Anticipated real exchange-rate changes and the dynamics of investment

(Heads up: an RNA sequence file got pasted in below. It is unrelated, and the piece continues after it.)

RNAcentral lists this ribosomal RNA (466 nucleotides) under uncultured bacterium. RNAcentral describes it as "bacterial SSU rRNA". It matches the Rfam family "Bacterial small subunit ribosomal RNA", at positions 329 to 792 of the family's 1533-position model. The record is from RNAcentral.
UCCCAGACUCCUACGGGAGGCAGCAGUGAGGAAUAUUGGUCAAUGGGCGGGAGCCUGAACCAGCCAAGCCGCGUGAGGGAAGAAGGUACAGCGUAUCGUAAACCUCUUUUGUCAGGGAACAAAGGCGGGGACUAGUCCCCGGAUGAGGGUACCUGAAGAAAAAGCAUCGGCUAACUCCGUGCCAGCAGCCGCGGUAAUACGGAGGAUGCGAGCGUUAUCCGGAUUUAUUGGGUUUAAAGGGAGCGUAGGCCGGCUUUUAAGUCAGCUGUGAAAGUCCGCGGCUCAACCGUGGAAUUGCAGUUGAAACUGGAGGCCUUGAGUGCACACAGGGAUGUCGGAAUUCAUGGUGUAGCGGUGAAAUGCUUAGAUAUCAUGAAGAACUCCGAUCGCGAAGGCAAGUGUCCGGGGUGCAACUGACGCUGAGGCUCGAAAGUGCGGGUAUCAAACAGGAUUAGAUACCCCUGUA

The impact of permanent real depreciation on a country's capital stock is uncertain. Whether total capital stock rises or falls depends on how depreciation affects aggregate demand, the real interest rate, and especially the import content of capital goods. In the long run, the capital stock can be expected to rise in traded goods and fall in nontraded goods. Despite this long-run ambiguity, anticipated changes in real exchange rate have a predictable effect on the dynamics of capital accumulation. They provide an incentive for speculative rellocation of investment over time, so they can greatly distort the timing of investments. In the framework of this paper, the time profile of investment is related to how financially open an economy is and to the import content of capital goods. When a real depreciation is expected, an investment boom is likely to develop if the import content of capital goods is high relative to the degree of capital mobility: the anticipated depreciation promotes flight into foreign goods. Conversely, with high capital mobility, the opposite investment pattern is likely to emerge, as the anticipated depreciation promotes flight into foreign assets.
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